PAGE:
Sir Robert recruited locals into state-sponsored militias to police themselves. But rather than bolstering state authority, Sir Robert planted the seeds of discord. Arming local factions proved a poor instrument for establishing central control. The people of the frontier came to inhabit a nebulous no-man’s land where the state exercised little control over them. Today, this area is known as Pakistan’s Tribal Areas.
    The United States and its allies have largely mimicked the policies of British India’s frontier administrators. They have made extensive use of what they understand to be “native traditions” to bolster their authority. American soldiers sit in tribal jirgas, or assemblies, to win the support of local elders; tribal militias called arbakai are recruited to police the populace. But rather than showing the sophistication of the military’s cultural knowledge, these efforts merely demonstrate to Afghans the coalition’s poor understanding of local cultures.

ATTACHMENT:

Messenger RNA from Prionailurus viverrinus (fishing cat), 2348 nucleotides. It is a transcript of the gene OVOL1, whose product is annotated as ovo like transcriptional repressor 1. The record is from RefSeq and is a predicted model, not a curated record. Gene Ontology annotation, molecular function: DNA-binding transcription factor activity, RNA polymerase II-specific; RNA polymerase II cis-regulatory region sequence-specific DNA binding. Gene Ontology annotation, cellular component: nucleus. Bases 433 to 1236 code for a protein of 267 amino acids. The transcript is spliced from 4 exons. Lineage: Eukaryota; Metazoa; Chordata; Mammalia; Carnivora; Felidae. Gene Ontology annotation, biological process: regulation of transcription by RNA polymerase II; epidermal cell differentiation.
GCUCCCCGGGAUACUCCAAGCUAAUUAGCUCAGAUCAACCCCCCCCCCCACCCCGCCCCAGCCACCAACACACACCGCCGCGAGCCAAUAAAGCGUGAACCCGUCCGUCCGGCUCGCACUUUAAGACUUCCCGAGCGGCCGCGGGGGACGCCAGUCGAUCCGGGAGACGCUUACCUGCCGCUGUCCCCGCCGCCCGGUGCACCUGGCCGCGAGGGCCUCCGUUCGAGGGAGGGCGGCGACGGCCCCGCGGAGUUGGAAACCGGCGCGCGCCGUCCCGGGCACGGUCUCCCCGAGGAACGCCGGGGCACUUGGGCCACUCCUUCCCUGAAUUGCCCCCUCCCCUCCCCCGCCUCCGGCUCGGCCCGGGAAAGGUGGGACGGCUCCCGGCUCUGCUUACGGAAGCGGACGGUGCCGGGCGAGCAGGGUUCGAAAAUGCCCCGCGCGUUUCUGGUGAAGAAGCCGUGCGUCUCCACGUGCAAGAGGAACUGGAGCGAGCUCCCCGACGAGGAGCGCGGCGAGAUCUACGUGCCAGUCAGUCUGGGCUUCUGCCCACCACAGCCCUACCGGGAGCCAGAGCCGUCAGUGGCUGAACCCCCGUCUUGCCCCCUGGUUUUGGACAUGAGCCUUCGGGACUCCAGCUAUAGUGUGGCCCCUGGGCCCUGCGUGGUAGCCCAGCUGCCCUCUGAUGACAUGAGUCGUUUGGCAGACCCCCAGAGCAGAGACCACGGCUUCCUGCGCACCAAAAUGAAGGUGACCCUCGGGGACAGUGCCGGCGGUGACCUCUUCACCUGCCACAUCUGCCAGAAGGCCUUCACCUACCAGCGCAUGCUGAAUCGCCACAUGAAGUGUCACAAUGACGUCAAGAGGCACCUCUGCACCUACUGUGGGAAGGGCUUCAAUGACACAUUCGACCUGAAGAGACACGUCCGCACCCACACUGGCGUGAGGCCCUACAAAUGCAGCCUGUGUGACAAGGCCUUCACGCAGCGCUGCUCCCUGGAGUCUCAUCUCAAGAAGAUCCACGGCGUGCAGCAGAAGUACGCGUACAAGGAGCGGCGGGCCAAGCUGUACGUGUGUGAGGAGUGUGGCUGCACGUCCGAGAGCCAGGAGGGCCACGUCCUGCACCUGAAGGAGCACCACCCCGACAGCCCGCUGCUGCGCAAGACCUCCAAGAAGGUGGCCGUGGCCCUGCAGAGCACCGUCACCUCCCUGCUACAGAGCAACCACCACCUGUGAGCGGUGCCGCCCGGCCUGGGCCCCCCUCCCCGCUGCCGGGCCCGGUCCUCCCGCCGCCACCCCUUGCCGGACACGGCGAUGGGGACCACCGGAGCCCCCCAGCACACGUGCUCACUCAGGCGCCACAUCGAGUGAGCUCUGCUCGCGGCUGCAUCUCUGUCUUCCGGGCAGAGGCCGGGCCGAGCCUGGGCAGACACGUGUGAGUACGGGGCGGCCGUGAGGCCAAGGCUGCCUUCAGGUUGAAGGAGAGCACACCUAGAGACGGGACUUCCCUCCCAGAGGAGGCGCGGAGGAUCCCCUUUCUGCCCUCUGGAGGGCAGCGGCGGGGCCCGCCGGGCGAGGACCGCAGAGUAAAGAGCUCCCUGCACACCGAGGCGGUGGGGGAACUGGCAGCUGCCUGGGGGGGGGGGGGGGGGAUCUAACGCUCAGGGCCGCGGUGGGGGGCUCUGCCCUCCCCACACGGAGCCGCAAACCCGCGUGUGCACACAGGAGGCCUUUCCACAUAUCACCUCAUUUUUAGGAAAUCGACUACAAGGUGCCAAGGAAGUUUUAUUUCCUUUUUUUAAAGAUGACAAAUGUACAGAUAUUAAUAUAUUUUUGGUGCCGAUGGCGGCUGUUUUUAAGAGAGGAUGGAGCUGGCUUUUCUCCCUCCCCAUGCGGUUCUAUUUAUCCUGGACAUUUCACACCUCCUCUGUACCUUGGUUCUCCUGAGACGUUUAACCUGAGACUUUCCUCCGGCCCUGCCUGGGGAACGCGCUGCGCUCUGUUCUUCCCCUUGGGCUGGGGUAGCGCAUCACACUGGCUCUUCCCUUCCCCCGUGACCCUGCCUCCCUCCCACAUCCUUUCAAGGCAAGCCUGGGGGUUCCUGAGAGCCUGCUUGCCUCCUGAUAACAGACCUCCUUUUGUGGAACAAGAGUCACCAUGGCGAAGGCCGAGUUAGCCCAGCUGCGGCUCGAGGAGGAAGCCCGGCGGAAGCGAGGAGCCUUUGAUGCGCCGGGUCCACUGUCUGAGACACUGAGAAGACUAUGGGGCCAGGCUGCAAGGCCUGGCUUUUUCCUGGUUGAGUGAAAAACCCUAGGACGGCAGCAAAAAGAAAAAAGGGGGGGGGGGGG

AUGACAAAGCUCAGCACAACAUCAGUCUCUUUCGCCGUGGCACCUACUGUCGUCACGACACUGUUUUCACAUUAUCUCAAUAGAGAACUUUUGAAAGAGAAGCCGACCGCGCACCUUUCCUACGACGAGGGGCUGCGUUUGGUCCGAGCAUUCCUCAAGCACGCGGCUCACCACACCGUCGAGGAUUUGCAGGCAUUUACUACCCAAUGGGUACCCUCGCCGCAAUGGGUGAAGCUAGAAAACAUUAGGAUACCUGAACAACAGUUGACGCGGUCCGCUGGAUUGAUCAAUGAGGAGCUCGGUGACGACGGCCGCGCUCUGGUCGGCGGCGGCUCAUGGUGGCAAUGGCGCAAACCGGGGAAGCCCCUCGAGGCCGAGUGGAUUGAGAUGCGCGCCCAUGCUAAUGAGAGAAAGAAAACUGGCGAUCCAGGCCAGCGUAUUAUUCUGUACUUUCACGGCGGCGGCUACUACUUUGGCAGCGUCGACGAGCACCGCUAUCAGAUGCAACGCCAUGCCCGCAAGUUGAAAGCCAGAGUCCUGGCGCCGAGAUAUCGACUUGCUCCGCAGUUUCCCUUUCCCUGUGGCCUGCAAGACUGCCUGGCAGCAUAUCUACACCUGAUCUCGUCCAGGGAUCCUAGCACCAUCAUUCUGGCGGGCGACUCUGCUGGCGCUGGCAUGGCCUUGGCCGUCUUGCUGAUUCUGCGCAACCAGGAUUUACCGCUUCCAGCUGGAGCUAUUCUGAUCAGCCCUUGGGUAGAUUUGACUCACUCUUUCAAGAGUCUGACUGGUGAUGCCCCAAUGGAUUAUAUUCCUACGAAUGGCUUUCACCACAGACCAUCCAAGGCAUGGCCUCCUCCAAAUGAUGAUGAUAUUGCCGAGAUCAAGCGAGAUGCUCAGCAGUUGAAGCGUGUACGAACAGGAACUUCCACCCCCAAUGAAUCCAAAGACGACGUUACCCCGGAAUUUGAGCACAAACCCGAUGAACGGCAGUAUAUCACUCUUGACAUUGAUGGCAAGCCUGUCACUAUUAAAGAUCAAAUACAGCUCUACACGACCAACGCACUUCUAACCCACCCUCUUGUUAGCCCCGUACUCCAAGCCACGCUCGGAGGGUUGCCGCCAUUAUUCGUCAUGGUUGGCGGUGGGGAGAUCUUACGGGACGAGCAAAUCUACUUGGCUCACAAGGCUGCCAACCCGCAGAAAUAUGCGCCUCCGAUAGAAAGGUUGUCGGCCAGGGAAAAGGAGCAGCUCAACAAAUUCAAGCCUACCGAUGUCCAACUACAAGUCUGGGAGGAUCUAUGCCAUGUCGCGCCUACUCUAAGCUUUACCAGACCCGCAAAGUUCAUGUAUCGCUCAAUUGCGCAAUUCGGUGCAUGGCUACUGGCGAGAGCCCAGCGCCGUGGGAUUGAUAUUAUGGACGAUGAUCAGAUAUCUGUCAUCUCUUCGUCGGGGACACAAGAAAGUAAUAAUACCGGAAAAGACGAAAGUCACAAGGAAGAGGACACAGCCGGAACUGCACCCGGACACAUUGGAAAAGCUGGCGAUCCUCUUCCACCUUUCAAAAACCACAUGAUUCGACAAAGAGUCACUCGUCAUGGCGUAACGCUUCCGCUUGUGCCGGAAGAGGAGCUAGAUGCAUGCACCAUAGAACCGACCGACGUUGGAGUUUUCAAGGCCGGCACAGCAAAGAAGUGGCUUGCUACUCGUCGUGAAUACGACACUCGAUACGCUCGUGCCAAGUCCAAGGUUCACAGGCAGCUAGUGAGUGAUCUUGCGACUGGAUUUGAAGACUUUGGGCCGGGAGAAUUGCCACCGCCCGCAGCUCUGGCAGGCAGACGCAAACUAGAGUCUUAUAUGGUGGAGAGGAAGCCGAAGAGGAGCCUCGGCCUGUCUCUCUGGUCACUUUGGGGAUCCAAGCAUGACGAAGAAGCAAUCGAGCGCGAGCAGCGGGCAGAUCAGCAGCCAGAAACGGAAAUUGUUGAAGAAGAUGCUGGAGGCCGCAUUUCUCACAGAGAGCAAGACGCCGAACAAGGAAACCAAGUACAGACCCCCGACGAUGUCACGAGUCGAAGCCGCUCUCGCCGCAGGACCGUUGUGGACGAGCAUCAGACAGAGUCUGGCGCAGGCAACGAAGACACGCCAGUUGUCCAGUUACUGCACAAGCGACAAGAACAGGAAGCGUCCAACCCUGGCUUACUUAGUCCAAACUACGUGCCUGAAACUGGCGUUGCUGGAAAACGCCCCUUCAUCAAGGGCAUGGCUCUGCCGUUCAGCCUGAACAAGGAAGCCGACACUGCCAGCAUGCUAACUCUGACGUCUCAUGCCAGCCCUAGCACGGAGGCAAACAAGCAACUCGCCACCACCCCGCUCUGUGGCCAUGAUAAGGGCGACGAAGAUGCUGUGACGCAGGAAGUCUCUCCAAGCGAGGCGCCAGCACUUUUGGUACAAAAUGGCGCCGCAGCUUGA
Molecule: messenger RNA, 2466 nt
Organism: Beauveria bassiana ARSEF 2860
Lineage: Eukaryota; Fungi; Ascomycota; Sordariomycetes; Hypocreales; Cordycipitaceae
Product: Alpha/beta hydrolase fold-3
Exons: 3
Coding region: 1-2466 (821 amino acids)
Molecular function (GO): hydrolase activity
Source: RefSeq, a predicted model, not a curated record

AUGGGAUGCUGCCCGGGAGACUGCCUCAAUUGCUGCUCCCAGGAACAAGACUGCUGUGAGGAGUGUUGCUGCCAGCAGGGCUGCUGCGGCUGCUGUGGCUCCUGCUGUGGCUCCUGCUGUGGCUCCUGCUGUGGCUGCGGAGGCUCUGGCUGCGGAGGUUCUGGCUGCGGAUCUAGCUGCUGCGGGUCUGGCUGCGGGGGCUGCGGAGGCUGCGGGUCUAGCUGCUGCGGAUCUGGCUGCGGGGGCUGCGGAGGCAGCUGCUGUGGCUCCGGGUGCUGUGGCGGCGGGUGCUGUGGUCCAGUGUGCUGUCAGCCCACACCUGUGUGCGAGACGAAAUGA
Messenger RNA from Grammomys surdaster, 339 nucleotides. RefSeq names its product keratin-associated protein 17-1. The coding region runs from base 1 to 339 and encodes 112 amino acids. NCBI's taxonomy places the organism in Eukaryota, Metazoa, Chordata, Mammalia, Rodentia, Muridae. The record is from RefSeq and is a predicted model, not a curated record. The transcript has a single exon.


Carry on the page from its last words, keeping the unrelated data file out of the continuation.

The arbakai, an institution foreign to northern Afghanistan, may in fact lead people there to consider the Taliban favorably. As one local from Kunduz told us, “Before, there were people who were with the government by day and Taliban by night. Now there are people who are arbakai in the day and thieves at night.” Even authority figures in regions where the arbakai is indigenous, like Paktia Province, told us that it “won’t work now: 30 years of war means that everybody acts independently, not according to tradition.”